Well for starters, they tend to be super light weight, and far less durable. They breath better to avoid sweaty feet syndrome but a super lightweight mesh shoe that breathes better isn’t ideal for an outdoor racquet sport played in the winter months.
Instead, look for a more rugged, durable mesh material or leather...or a combination of the two.
Buyer’s Tip: ALL of the platform tennis shoes I recommend below have the ideal material for the upper. So don’t worry, I’ve done the work for you.
Leather is going to offer more durability and stability when playing. It will also help your shoes last longer, and keep your feet warmer.
Court Shoe Quick Tip: Leather shoes will have less give and not expand as much to your foot shape. So, if you plan on wearing a double layer of socks like I sometimes do, make sure you can still fit your foot into the upper comfortably.
This aspect is SO crucial in my opinion. Even the folks at the APTA think it’s important.
It’s easy to find a great pair of Nike court shoes that are comfortable and feel great. But, they could cost you well over $150 dollars.
If you wear them to play platform tennis even 3 days a week, those expensive court shoes are going to be toast in a matter of months.
Instead, the American Platform Tennis Association informed me that choosing an affordable pair is the smartest way to go.
You don’t want the cheapest, most uncomfortable pair of court shoes but you also don’t want to spend big bucks on an expensive, fancy pair either.
Finding a happy medium, is the best way to go. Even if you need to replace them in 6 months.
When it comes to platform tennis, I look for good, reliable, durable outdoor court shoes in the $80 to $100 range.
I avoid the elite level, lightweight, fancy court shoes that cost $180.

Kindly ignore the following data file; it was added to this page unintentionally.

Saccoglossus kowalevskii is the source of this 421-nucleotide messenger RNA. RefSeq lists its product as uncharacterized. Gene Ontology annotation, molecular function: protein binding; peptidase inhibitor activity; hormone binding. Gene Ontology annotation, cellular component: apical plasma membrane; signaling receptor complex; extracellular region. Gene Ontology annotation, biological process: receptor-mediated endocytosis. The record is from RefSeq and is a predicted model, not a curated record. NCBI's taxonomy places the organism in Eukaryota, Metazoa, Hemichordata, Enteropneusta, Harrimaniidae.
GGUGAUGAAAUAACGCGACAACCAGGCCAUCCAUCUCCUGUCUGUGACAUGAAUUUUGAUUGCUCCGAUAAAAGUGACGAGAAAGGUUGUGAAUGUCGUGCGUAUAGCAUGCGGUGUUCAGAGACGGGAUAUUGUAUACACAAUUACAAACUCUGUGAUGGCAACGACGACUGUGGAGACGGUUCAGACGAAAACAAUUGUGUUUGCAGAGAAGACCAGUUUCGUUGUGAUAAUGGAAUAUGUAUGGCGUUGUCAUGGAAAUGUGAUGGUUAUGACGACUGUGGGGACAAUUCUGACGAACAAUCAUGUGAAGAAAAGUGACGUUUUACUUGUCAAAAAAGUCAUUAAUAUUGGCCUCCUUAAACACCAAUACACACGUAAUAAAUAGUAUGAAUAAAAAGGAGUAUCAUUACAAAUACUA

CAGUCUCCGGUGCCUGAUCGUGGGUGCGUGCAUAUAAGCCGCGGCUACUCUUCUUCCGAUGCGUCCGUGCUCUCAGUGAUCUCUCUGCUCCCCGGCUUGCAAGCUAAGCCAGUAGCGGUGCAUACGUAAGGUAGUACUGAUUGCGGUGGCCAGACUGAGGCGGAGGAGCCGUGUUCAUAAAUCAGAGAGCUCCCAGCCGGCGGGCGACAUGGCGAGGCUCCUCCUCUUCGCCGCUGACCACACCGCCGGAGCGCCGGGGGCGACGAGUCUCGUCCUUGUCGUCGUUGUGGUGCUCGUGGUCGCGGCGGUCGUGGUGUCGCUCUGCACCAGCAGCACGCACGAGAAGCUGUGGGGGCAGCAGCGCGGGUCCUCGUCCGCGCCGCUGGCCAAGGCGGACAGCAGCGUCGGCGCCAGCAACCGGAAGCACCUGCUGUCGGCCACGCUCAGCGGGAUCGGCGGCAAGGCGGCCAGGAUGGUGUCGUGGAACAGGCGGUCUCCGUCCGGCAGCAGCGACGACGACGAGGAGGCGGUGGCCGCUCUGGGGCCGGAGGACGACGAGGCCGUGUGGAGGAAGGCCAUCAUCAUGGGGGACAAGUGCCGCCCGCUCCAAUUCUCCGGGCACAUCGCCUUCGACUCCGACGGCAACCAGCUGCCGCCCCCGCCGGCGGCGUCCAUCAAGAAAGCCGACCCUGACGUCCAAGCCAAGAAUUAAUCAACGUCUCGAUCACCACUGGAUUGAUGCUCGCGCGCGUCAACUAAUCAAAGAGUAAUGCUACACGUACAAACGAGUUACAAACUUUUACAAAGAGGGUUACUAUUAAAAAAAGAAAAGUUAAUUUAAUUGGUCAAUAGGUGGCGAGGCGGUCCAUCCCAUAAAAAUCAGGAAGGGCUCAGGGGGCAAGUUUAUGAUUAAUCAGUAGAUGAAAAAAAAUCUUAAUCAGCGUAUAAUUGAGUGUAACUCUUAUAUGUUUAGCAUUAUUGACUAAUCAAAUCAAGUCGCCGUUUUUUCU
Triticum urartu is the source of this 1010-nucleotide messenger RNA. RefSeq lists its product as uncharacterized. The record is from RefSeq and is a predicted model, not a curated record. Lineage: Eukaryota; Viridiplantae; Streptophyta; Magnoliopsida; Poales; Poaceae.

This one’s pretty simple. When I called the APTA, they mentioned that one of the major platform tennis sponsors, Viking Tennis, made a shoe that had an outsole warranty tied to it.
This made sense after all because platform tennis players tend to wear out their shoes faster.
But, after doing a little more digging and finding the shoe in question (the Viking T22), apparently they don’t offer the warranty anymore on the outsole. That feature went away in 2016.
However, I didn’t give up. I reached out to some additional platform tennis manufacturers and found out that there are some quality court shoes that offer a 6 month outsole warranty!
So, I’ve included them in my top court shoes for platform tennis list below.
This last aspect is a bit technical, but I think it’s worth mentioning.
When I did my research I learned that court shoes tend to have two kinds of tread patterns:
Full Herringbone and Partial Herringbone.
Both tread patterns are ideal for the lateral movement needed for sports like tennis, pickleball and platform tennis.
But partial herringbone is most ideal for platform tennis.
Well, full herringbone court shoe tread patterns are almost exclusively used for clay court tennis.
So, when it comes to platform tennis - outdoor court shoes with a partial herringbone tread pattern are ideal for the outdoor court that you’ll be playing on.